Deafness is, unfortunately, also common in Havanese dogs. Generally, breeders are responsible for testing the hearing of all puppies before they sell them. They test each ear individually and usually spay/neuter the parents of puppies who exhibit deafness.

Talking to the breeder about your puppy’s hearing tests is essential and shouldn’t be overlooked.

Mitral valve insufficiency, or heart valve disease, is common in older dogs and small-size breeds like the Havanese. The heart has four valves composed of elastic and collagen tissues mixed with a substance called spongiosa. When the elastic and collagen tissues weaken and deteriorate, the spongiosa thickens and causes the valve to start flopping, stop closing correctly, and start leaking, which of course, causes problems.

The mitral valve separates the left ventricle from the left atrium and closes typically when the heart contracts, thus preventing blood from going back into the left atrium. When it leaks, the blood goes back into the left atrium and prevents the normal flow of blood throughout the body.

Unfortunately, this condition is incurable, and treatment—which involves many drugs— is only useful for keeping the symptoms at bay.

Musculoskeletal problems, like elbow dysplasia, hip dysplasia, chondrodysplasia, patellar luxation, and Legg-Calve-Perthes disease, are characterized by deformities or malformations of the joints.

In particular, Legg-Calve-Perthes is very painful, and treatment varies based on the severity of the symptoms. This condition can also lead to atrophy of the muscles, which considerably slows the recovery period and can make any medical therapy less likely to work.

Usually, surgery is the answer to atrophy. Luckily, dogs tend to recover well after going through the surgery. Experts suggest a genetic component to the development of Legg-Calve-Perthes, but the exact causes are unclear.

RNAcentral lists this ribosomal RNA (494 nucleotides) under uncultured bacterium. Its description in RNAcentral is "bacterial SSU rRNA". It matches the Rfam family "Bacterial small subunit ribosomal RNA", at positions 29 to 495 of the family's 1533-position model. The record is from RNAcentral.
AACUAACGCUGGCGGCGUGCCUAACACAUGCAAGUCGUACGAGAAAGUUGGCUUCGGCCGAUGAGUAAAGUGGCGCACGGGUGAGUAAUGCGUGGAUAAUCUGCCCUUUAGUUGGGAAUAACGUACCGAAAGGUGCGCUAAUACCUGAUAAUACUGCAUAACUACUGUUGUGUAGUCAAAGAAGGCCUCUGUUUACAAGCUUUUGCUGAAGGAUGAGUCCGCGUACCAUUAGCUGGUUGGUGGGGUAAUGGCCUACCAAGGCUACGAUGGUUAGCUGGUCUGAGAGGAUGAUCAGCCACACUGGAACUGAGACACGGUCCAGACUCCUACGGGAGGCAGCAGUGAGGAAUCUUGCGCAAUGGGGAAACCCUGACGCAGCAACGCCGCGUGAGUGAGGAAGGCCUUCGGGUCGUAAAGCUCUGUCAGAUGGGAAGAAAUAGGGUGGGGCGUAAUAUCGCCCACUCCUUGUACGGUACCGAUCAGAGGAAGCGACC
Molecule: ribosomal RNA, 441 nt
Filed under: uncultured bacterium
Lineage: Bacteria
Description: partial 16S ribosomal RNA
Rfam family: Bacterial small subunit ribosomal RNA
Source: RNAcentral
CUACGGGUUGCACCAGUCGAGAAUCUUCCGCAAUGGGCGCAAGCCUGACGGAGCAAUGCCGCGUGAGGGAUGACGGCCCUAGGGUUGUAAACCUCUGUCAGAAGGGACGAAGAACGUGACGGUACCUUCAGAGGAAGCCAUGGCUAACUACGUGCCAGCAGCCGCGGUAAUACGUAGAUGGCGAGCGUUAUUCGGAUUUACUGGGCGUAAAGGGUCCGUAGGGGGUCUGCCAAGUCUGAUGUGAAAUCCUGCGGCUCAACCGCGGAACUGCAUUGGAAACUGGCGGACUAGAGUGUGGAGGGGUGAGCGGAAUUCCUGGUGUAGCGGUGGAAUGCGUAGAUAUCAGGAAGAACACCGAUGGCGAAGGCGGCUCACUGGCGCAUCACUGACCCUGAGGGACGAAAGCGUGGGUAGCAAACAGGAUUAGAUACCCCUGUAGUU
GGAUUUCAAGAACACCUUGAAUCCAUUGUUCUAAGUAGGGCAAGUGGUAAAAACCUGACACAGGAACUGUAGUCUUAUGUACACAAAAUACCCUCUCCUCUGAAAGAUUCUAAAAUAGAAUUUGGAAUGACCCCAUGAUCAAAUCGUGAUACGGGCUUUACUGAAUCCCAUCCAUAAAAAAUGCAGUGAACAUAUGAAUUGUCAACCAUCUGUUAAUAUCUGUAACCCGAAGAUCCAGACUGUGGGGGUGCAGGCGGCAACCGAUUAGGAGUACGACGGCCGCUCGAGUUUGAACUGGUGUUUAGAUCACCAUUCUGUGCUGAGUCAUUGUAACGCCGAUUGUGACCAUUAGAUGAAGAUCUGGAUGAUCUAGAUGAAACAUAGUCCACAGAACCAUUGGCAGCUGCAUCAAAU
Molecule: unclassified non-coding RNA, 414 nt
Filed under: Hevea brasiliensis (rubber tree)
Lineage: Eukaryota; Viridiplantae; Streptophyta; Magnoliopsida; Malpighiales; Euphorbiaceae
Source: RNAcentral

Daily Calorie Intake

As we have already established, Havanese dogs, specifically growing puppies and young adults, need plenty of calories due to their metabolism’s high speed. According to the National Research Council of the National Academies, a puppy or a young adult needs a daily intake of at least 466 calories. An active adult with a weight of 10 pounds requires an average of 404 calories per day.

Depending on your Havanese pup’s activity levels, you may need to ensure their daily intake of calories is even higher. You know your dog’s personality and habits best, and it is up to you to make sure that their most basic needs are met and satisfied.

Activity Level

Havanese dogs require minimal exercise. While they are incredibly social and energetic, they get most of the exercise they require through play and one or maybe two walks every day. These dogs should never live outside. It’s not unusual for them to even use a litter box at home—this aids in their overall house training, which can be quite a challenging process.

Havanese don’t have a problem playing either outside (in a fenced yard) or inside, but they are not dogs who do well when left alone, so they will expect you to play with them and give them loads of attention.

These energetic furballs can get anxious and depressed if left by themselves, so it’s a good idea to arrange a situation where your dog will not be left alone for long periods. Otherwise, problematic and destructive behaviors become very likely.

Havanese get so attached to their humans that they are also known as “Velcro” dogs because of it. They thrive on time spent with the family and are very protective, especially of children.

These dogs, small as they are, have surprisingly high endurance levels. A healthy and well-conditioned adult can run for up to 2 miles and exhibit remarkable stamina by hiking for up to 5 miles with no problem. Just make sure you take the necessary grooming measures to prevent their fine, long hair from matting or tangling.